Dinner of Brunswick stew was served as the cloudy evening sky blotted the sun and darkness arrived. The wind was elusive and southerly.
The first squall hit off the mouth of the West River. Wind moved to the east and up went the spinnaker. To get the wind behind the spinnaker, the bow was turned from slightly southeast to slightly southwest, heading the boat directly toward Holland Point below Deale. Navigator Dave Flanagan, a retired Coast Guard captain from Boston, stayed the course, a good six miles north of Holland Point and a minimum of an hour away from trouble, as Sea Devil screamed along at six knots. Flanagan is a knowledgeable navigator: Hes managed LORAN stations for the Coast Guard. Hes helped sail the Coast Guards tall ship Eagle.
Keith Johnson and Kirk Franks sleep on deck after the finish in St. Marys River.
Both Murphy, a D.C. lawyer, and Flanagan have the enthusiasm and agility and energy of midshipmen with the steady reasoning of veterans. It is a pleasure to watch them work sails and compass. The duties are split: Murphy works the compass; Flanagan the Ground Positioning Satellite receiver.
The squalls continue. One observer counted four, though Murphy said it was often hard to tell when one ended and another began. When a squall quits, the spinnaker comes down and the wind shifts, heading the boat closer to land. And Flanagan heads below to the chart table and the GPS readout. Jeez, he says, at this rate, were going to hit the beach.
The spinnaker requires two people up on the bow, the narrowest, wettest part of the boat. Foredeck duty is the job of Allison Murphy and Cameron Heulitt, Murphys daughters. Up and down most of the night, one or the other or both are on the pointy end of the boat, running the spinnaker up and down as if it were an office elevator. Navigation and sail-tending would be simple if land didnt get in the way.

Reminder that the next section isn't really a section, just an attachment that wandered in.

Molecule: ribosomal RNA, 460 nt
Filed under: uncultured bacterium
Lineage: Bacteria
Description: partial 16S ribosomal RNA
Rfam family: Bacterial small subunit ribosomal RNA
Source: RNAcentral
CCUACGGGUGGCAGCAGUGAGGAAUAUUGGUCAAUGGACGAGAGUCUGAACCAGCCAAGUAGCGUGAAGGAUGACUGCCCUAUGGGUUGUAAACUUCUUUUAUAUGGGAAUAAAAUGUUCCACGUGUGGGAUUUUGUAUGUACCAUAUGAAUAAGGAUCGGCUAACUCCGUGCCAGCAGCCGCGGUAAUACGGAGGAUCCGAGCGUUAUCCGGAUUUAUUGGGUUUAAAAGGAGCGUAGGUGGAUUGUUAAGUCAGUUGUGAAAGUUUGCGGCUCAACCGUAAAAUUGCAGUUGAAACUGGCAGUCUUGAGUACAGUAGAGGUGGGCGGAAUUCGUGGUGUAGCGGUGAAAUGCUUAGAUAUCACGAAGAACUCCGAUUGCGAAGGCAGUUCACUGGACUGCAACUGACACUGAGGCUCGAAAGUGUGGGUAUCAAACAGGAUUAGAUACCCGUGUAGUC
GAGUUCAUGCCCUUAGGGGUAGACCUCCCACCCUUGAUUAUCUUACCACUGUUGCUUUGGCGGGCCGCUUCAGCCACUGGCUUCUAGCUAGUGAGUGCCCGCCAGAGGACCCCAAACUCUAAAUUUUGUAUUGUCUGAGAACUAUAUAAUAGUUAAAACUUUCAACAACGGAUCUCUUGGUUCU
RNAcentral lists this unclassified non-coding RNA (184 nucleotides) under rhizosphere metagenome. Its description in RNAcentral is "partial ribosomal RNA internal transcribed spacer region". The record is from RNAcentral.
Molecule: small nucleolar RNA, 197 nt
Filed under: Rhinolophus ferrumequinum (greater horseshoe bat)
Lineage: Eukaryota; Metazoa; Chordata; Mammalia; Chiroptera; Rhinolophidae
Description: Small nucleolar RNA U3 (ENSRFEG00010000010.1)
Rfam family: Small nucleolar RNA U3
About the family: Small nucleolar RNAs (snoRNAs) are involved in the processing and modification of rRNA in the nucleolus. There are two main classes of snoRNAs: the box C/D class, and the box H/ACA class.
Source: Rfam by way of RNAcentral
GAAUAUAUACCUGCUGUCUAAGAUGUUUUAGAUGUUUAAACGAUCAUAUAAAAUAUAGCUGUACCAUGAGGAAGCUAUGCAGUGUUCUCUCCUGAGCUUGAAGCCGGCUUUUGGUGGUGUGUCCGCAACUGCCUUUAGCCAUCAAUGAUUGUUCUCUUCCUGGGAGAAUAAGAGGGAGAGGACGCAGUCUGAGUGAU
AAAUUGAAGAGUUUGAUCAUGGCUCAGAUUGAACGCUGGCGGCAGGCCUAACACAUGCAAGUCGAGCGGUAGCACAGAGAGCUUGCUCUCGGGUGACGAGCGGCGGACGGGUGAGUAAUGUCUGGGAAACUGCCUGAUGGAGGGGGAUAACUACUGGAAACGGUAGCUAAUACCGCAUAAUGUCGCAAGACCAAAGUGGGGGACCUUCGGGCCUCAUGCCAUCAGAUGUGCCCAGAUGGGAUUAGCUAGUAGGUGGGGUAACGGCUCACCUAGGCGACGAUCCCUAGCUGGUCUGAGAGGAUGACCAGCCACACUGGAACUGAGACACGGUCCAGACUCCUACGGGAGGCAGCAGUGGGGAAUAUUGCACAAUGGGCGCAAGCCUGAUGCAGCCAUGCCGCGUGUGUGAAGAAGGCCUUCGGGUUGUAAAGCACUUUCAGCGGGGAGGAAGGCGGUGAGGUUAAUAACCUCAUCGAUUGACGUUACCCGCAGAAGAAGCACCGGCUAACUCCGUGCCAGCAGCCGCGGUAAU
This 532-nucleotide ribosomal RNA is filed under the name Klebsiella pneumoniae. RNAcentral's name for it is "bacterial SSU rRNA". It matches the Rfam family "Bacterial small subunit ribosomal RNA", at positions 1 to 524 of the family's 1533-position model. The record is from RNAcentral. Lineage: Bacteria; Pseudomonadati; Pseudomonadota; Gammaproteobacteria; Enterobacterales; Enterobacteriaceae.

Sea Devil begins to pass other sailboats, silently, making real time. The knot meter registers 5.6, 6.7 and an occasional 7.0. There are running lights all around Sea Devil, and the crew calculates their direction by color: Red or green show up according to position and direction of travel. The only sounds are from diesel tugboats, Sea Devils bow wave as it slips around the boat and the splatter of approaching squall lines. The Calvert Cliffs Nuclear Power Plant is lit up like, well, a power station.
So the night goes. We dont collide with Cove Point or Cedar Point or Point No Point.
Light returns but the sun is hidden. A right turn takes us around Point Lookout at 7:45am, and six miles to the northwest is the St. Marys River. Flanagan has kept us off the beach.
The elevator crew goes to work, and the spinnaker comes down. We head north up the St. Marys, tacking back and forth. The north wind that was our friend has now turned dead against us. We zig and zag up the river to St. Marys College and anchor in front of the campus. Its 10:20am.
When the results are in, Sea Devil has finished 16 out of 21 in its class and 99th out of 125 boats that finished. Or, as Westbrook Murphy put it, Were in the top one hundred.